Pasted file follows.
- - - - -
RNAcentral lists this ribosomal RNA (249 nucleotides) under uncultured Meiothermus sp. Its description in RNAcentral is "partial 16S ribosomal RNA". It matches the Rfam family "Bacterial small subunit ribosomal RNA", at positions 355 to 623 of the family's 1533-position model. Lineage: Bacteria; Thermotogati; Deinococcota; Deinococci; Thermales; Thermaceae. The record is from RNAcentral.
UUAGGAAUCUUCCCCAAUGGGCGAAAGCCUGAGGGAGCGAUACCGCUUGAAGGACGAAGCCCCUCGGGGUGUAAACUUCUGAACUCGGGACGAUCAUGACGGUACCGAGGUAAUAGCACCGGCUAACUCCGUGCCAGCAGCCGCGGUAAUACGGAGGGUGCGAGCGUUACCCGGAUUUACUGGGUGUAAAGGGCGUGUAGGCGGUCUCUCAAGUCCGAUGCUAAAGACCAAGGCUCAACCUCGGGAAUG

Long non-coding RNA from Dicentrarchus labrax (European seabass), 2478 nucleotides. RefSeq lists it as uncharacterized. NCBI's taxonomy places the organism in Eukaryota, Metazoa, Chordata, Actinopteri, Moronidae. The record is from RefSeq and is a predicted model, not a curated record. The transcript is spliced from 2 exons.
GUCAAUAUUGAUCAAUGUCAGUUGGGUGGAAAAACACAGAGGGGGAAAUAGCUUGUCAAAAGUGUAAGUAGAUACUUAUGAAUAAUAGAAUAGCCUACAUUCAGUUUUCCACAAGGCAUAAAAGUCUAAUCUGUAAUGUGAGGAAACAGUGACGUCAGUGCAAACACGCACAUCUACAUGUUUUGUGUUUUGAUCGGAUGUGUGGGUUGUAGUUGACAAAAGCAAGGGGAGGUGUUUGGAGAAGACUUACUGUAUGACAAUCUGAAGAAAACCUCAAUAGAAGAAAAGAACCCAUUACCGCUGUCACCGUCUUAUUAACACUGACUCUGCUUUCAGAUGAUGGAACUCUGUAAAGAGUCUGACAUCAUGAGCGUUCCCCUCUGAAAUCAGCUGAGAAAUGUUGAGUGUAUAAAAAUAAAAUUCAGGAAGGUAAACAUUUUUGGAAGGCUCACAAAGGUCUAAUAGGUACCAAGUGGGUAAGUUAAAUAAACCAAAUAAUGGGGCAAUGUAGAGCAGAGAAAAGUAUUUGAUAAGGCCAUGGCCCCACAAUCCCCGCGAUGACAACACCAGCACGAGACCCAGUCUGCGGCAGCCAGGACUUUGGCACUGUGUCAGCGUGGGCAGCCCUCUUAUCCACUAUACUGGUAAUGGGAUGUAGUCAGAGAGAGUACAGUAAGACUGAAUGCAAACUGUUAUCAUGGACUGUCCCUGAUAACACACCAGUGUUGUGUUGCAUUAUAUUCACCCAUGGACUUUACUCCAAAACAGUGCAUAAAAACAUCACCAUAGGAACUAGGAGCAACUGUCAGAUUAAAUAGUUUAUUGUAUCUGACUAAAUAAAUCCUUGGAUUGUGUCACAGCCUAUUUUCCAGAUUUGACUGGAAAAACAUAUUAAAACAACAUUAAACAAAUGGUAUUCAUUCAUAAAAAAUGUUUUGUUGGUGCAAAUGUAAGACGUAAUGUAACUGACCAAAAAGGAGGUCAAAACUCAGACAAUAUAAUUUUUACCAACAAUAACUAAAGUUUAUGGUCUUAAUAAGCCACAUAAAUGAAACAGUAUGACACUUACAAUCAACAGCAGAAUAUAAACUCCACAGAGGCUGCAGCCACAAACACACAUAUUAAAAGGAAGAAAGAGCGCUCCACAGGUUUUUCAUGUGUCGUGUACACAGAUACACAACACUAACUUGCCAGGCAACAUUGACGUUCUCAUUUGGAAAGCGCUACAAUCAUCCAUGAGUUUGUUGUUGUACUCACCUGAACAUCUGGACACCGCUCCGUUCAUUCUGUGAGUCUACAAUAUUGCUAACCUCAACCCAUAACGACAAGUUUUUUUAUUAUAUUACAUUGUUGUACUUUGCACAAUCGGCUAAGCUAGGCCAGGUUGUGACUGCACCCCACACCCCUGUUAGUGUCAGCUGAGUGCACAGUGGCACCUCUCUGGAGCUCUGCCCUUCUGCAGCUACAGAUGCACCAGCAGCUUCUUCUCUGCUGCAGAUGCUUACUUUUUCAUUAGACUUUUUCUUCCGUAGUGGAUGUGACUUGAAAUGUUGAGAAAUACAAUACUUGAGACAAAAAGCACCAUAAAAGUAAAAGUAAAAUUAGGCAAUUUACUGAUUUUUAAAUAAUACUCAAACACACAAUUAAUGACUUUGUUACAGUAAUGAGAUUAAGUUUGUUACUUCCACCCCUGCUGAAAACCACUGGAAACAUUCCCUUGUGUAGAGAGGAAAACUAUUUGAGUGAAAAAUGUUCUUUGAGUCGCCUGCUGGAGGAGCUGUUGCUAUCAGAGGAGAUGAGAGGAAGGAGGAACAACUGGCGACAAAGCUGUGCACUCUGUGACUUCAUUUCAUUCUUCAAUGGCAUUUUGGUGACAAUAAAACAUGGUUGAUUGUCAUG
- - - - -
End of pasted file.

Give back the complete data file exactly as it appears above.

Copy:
RNAcentral lists this ribosomal RNA (249 nucleotides) under uncultured Meiothermus sp. Its description in RNAcentral is "partial 16S ribosomal RNA". It matches the Rfam family "Bacterial small subunit ribosomal RNA", at positions 355 to 623 of the family's 1533-position model. Lineage: Bacteria; Thermotogati; Deinococcota; Deinococci; Thermales; Thermaceae. The record is from RNAcentral.
UUAGGAAUCUUCCCCAAUGGGCGAAAGCCUGAGGGAGCGAUACCGCUUGAAGGACGAAGCCCCUCGGGGUGUAAACUUCUGAACUCGGGACGAUCAUGACGGUACCGAGGUAAUAGCACCGGCUAACUCCGUGCCAGCAGCCGCGGUAAUACGGAGGGUGCGAGCGUUACCCGGAUUUACUGGGUGUAAAGGGCGUGUAGGCGGUCUCUCAAGUCCGAUGCUAAAGACCAAGGCUCAACCUCGGGAAUG

Long non-coding RNA from Dicentrarchus labrax (European seabass), 2478 nucleotides. RefSeq lists it as uncharacterized. NCBI's taxonomy places the organism in Eukaryota, Metazoa, Chordata, Actinopteri, Moronidae. The record is from RefSeq and is a predicted model, not a curated record. The transcript is spliced from 2 exons.
GUCAAUAUUGAUCAAUGUCAGUUGGGUGGAAAAACACAGAGGGGGAAAUAGCUUGUCAAAAGUGUAAGUAGAUACUUAUGAAUAAUAGAAUAGCCUACAUUCAGUUUUCCACAAGGCAUAAAAGUCUAAUCUGUAAUGUGAGGAAACAGUGACGUCAGUGCAAACACGCACAUCUACAUGUUUUGUGUUUUGAUCGGAUGUGUGGGUUGUAGUUGACAAAAGCAAGGGGAGGUGUUUGGAGAAGACUUACUGUAUGACAAUCUGAAGAAAACCUCAAUAGAAGAAAAGAACCCAUUACCGCUGUCACCGUCUUAUUAACACUGACUCUGCUUUCAGAUGAUGGAACUCUGUAAAGAGUCUGACAUCAUGAGCGUUCCCCUCUGAAAUCAGCUGAGAAAUGUUGAGUGUAUAAAAAUAAAAUUCAGGAAGGUAAACAUUUUUGGAAGGCUCACAAAGGUCUAAUAGGUACCAAGUGGGUAAGUUAAAUAAACCAAAUAAUGGGGCAAUGUAGAGCAGAGAAAAGUAUUUGAUAAGGCCAUGGCCCCACAAUCCCCGCGAUGACAACACCAGCACGAGACCCAGUCUGCGGCAGCCAGGACUUUGGCACUGUGUCAGCGUGGGCAGCCCUCUUAUCCACUAUACUGGUAAUGGGAUGUAGUCAGAGAGAGUACAGUAAGACUGAAUGCAAACUGUUAUCAUGGACUGUCCCUGAUAACACACCAGUGUUGUGUUGCAUUAUAUUCACCCAUGGACUUUACUCCAAAACAGUGCAUAAAAACAUCACCAUAGGAACUAGGAGCAACUGUCAGAUUAAAUAGUUUAUUGUAUCUGACUAAAUAAAUCCUUGGAUUGUGUCACAGCCUAUUUUCCAGAUUUGACUGGAAAAACAUAUUAAAACAACAUUAAACAAAUGGUAUUCAUUCAUAAAAAAUGUUUUGUUGGUGCAAAUGUAAGACGUAAUGUAACUGACCAAAAAGGAGGUCAAAACUCAGACAAUAUAAUUUUUACCAACAAUAACUAAAGUUUAUGGUCUUAAUAAGCCACAUAAAUGAAACAGUAUGACACUUACAAUCAACAGCAGAAUAUAAACUCCACAGAGGCUGCAGCCACAAACACACAUAUUAAAAGGAAGAAAGAGCGCUCCACAGGUUUUUCAUGUGUCGUGUACACAGAUACACAACACUAACUUGCCAGGCAACAUUGACGUUCUCAUUUGGAAAGCGCUACAAUCAUCCAUGAGUUUGUUGUUGUACUCACCUGAACAUCUGGACACCGCUCCGUUCAUUCUGUGAGUCUACAAUAUUGCUAACCUCAACCCAUAACGACAAGUUUUUUUAUUAUAUUACAUUGUUGUACUUUGCACAAUCGGCUAAGCUAGGCCAGGUUGUGACUGCACCCCACACCCCUGUUAGUGUCAGCUGAGUGCACAGUGGCACCUCUCUGGAGCUCUGCCCUUCUGCAGCUACAGAUGCACCAGCAGCUUCUUCUCUGCUGCAGAUGCUUACUUUUUCAUUAGACUUUUUCUUCCGUAGUGGAUGUGACUUGAAAUGUUGAGAAAUACAAUACUUGAGACAAAAAGCACCAUAAAAGUAAAAGUAAAAUUAGGCAAUUUACUGAUUUUUAAAUAAUACUCAAACACACAAUUAAUGACUUUGUUACAGUAAUGAGAUUAAGUUUGUUACUUCCACCCCUGCUGAAAACCACUGGAAACAUUCCCUUGUGUAGAGAGGAAAACUAUUUGAGUGAAAAAUGUUCUUUGAGUCGCCUGCUGGAGGAGCUGUUGCUAUCAGAGGAGAUGAGAGGAAGGAGGAACAACUGGCGACAAAGCUGUGCACUCUGUGACUUCAUUUCAUUCUUCAAUGGCAUUUUGGUGACAAUAAAACAUGGUUGAUUGUCAUG